The Case for Modern Art

A pretentious take on why 20th century art is really cool

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The Case for Modern Art

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Breana Knighten, A&E Editor

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Before I start, I think it’s important to preface my opinion with a few statements that I believe will provide a bit of context:

  1. People can enjoy more than one art style, and my opinion is that impressionism and abstract art styles are dope, however, that does not mean that realism shouldn’t be enjoyed or appreciated any less.
  2. Context behind art works are extremely important. If you experience art in passing without giving the piece or its context much thought, then you are probably missing a key factor of the work; many of which were never intended to be viewed without an information tag displayed next to the art in a gallery.
  3. Sometimes, especially with cubism and abstract art, you have to see it in real life to fully appreciate it.
  4. Modern art is a very broad term, but for me, it begins in the early 1910s. I know that for some, it begins in the 1860s, but despite their brilliance, Van Gogh’s works were hardly created in direct rebellion of the very concept of the art traditions of the past, which is one of the main traits attributed to the definition of as modern art. It is my opinion that it all began with the surrealist movement. More specifically with the artists Andre Breton, who founded this movement, and with René Magritte who perfected it–but I digress, back to the article.

 

With that out of the way, let’s discuss the main issue that surrounds this era of art seems to be that it is either “not technically skilled enough to hold any true value” or  “pointless”. It is this mindset that hinders many people’s ability to fully appreciate these works. When told that many instances of modern art don’t require as much skill to physically create as a highly revered art piece from, for example, the Renaissance, where realistic portrayals of the world around them dominated the artistic field, I would fully agree. However, that is not to say that these works and the artists who make them are not just as talented as their predecessors because these works take skill; it’s just a different kind of skill.  In fact, the decision to step away from realism was a choice meant to disrupt the dominant art trends and force us to reevaluate what art was. The decision to step into a less realistic form of art came at a time where the camera was becoming more accessible and art was forced to move into a new direction, which is where what we today call modern art pushed its way to the forefront.

                                               

Cubism, Surrealism, and Abstract art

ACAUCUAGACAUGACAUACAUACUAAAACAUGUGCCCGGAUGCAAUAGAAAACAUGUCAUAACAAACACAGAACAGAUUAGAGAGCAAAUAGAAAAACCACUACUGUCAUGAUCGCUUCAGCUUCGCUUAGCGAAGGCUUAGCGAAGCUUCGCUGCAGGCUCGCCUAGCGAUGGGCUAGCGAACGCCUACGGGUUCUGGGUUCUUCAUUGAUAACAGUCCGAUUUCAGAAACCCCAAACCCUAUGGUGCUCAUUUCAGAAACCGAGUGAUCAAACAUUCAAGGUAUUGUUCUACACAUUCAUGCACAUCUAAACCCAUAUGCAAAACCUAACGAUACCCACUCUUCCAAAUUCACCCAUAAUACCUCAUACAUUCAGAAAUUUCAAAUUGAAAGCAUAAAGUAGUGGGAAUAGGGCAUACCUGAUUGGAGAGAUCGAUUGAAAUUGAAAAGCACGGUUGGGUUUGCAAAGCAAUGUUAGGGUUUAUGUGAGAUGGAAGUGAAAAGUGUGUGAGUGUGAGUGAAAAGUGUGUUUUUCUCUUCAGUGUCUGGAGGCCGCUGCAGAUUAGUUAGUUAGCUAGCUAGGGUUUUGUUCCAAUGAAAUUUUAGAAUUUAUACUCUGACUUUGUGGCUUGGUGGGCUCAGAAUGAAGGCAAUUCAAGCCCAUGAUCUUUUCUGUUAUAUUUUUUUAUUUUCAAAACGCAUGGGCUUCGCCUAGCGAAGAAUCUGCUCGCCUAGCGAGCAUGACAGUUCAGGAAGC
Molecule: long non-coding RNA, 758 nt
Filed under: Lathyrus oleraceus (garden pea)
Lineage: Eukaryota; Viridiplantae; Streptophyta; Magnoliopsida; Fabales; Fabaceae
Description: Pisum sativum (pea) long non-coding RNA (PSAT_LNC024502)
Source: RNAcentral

Guernica (Picasso)

Picasso himself has described his artistic style as “destroying in order to create,” and this is portrayed masterfully in his painting Guernica. This artwork was created in the aftermath of the bombings of a town known as Guernica during World War Two. It was hard to express the feelings following such a truly horrific event, so many people turned to art. While many artists depicted actual realistic images of this tragedy, Picasso attempted to recreate a visual manifestation of pain itself, rather than a replica of the events. It is in this aspect that modern art can truly flourish. When art styles from the past recreated moments from our real world, modern art took the steps to paint emotion, and in the case of Guernica, pain itself.

The Secret Double (Magritte)                                                                                          

One of the more controversial art pieces of the early 20th century came from René Magritte. His work attempted to reconstruct the very purpose of art. After the invention of cameras, artists like Magritte attempted to repurpose art not as a way to express emotions necessarily, or even as a way to depict realistic scenes in an abstract style–like Van Gogh–but in a way that made one question things. While The Secret Double by Magritte may not be an amazing rendering of a person, it is about the meaning behind the art rather then the art itself. It is for this reason that surrealist art was the first version from which conceptual art evolved. “In conceptual art, the idea or concept is the most important aspect of the work.” –Sol Lewitt

 

Composition V1 (Kandinsky)

I may lose the few of you who have actually read this, but you’ve made it this far, so just hear me out. Abstract art can be really hard to appreciate. The amount of effort and talent it would take to recreate these artworks is far less then any other version of modern art. Not only that, but it is really hard to appreciate seeing as unlike the paintings we have seen before which simply shifted our world view by painting familiar things in unfamiliar ways, abstraction seems to depict scenes completely disconnected from the recognizable world.  This was shown masterfully by Wassily Kandinsky, who attempted to draw things that could not be seen, including music and thoughts. He drew inspiration from composers such as Bach, and titled many of his paintings as compositions of music, because to him there was little to no difference between the expression of color and sound. As Kandinsky once said, “The art which has devoted itself not to the reproduction of natural phenomena, but rather to the expression of the artist’s soul, is musical sound.” It is this expression of the soul that many abstract artists are trying to depict through their works.

 

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